Also in step 420, the pixel acquisition resolution is decreased from that used in step 412 for acquiring the second set of image data. As previously discussed, the reducing the pixel acquisition resolution may be accomplished, for example, by pixel binning. That is, by acquiring data from fewer than all of the cells 210 in detector 110. In step 420, the resolution is decreased so that the lower resolution image (e.g., the 1024×1024 cell image) is used in the first (lower) exposure of step 410.
The method of
Steps 406 and 412 act to reduce the detector read time by reducing the dynamic range for the readout. In step 406, the dose per frame is reduced from that used in step 412. As noted, reducing the dose per frame reduces the photoconductive effects on the FETs, thus allowing the critical time to be reduced. Where fast, multiple frames are to be acquired, as in tomosynthesis, the dynamic range may be reduced for the entire sequence. That is, with fast, multiple frames, x-ray source 120 may be configured such that the dose per frame is reduced as compared to a general-purpose radiographic exposure by a factor in the range of two to ten. That is, the dose per frame may be reduced from a general purpose radio graphic exposure of 1.0 micro Roentgen to a range of between about 0.1 micro Roentgen to 0.5 micro Roentgen. This reduced dynamic range translates into a reduced number of conversion levels. Each conversion level “costs” a fixed amount of time per line. Accordingly, this reduced number of conversion levels can decrease the conversion time a few (2-10) microseconds per line. When used on a detector with 2048 lines, this can amount to 10-20 milliseconds.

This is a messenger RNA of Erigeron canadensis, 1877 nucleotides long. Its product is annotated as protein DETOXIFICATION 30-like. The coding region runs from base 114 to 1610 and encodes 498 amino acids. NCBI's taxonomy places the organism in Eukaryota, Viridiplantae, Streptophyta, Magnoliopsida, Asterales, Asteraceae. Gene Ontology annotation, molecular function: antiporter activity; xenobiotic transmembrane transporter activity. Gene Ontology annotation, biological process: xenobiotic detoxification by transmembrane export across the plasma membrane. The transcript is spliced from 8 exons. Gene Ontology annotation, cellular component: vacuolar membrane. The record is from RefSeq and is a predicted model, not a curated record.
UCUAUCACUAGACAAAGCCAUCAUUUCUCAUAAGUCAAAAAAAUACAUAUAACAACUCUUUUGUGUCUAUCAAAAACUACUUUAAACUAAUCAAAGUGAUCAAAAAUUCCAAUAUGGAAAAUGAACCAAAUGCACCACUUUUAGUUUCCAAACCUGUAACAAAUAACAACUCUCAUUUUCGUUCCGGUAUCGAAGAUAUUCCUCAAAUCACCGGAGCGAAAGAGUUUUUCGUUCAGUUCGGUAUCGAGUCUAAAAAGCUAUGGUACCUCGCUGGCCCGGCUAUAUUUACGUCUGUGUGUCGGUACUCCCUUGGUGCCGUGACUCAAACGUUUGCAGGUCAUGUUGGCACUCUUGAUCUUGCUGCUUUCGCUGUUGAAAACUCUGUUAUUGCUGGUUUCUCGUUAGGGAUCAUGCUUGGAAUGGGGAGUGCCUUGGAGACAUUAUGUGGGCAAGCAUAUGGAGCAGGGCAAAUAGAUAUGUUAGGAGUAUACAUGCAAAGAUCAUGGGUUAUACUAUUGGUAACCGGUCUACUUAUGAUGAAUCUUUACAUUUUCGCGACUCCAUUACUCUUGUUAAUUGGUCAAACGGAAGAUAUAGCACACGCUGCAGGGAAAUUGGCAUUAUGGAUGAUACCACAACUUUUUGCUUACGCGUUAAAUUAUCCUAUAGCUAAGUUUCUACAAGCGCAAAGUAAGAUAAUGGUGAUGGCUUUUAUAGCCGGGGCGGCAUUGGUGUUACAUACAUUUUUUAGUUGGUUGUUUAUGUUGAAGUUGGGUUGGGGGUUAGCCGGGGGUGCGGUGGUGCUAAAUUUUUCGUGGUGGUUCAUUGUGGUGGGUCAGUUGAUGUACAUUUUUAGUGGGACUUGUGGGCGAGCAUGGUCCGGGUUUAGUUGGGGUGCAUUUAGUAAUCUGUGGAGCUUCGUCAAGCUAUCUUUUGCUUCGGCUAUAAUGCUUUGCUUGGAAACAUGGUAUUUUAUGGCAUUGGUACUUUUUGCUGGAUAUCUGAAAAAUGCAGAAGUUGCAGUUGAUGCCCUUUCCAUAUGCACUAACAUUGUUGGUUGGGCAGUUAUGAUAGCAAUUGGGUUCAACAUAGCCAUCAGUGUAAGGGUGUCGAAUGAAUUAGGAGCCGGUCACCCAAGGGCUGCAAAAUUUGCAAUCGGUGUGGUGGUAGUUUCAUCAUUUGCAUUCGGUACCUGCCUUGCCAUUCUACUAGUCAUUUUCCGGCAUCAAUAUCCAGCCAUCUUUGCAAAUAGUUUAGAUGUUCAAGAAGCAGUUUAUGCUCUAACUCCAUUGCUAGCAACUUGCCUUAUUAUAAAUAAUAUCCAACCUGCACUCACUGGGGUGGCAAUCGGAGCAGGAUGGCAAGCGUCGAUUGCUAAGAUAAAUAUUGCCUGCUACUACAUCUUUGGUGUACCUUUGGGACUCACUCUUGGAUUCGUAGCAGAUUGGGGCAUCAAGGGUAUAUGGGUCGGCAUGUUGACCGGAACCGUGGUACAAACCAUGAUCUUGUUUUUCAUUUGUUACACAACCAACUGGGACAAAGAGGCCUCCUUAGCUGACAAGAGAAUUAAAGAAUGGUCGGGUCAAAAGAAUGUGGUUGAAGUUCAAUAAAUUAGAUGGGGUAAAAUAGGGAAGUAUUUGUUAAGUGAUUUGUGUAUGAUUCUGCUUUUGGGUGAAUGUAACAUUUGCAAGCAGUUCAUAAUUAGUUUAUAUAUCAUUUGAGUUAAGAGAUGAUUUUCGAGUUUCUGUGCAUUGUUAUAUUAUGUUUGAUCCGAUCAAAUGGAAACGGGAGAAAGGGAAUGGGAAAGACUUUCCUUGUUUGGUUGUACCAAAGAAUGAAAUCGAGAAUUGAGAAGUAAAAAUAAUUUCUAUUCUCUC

Steps 408 and 424 act to reduce the detector read time by decreasing the pixel acquisition resolution. Where fast, multiple frames are to be acquired, as in tomosynthesis, the pixel acquisition resolution may be reduced for the entire sequence. That is, with fast, multiple frames, detector 110 may be configured to provide a low pixel acquisition resolution (e.g., 1024×1024) for the entire sequence. Alternatively, the “low” pixel acquisition resolution (e.g., 1024×1024) can be used in step 412 for obtaining the second image data set, and an even lower pixel acquisition resolution can be used in step 406 for obtaining the first image data set.
A further reduction in the critical time can be obtained by operating with a longer charge integration time (i.e., FET “on” time). This will reduce the amount of first-frame lag as we allow more time constants for more of the charge to be transduced. In general, this will increase the detector read time, as the time needed per scan line read will be increased. The common method to reduce lag is to scrub the detector. A scrub takes an entire detector read interval to complete. Thus a longer FET on time (several micro seconds per scan line) is much shorter time (several milliseconds) than an additional detector read.
Thus, a method has been described which reduces the time between x-ray acquisitions times to minimize patient motion and minimize potential for detector artifacts. Also, the method minimizes total exam time and allows a fast read of the detector without sacrificing image quality issues. A system incorporating this method has also been described.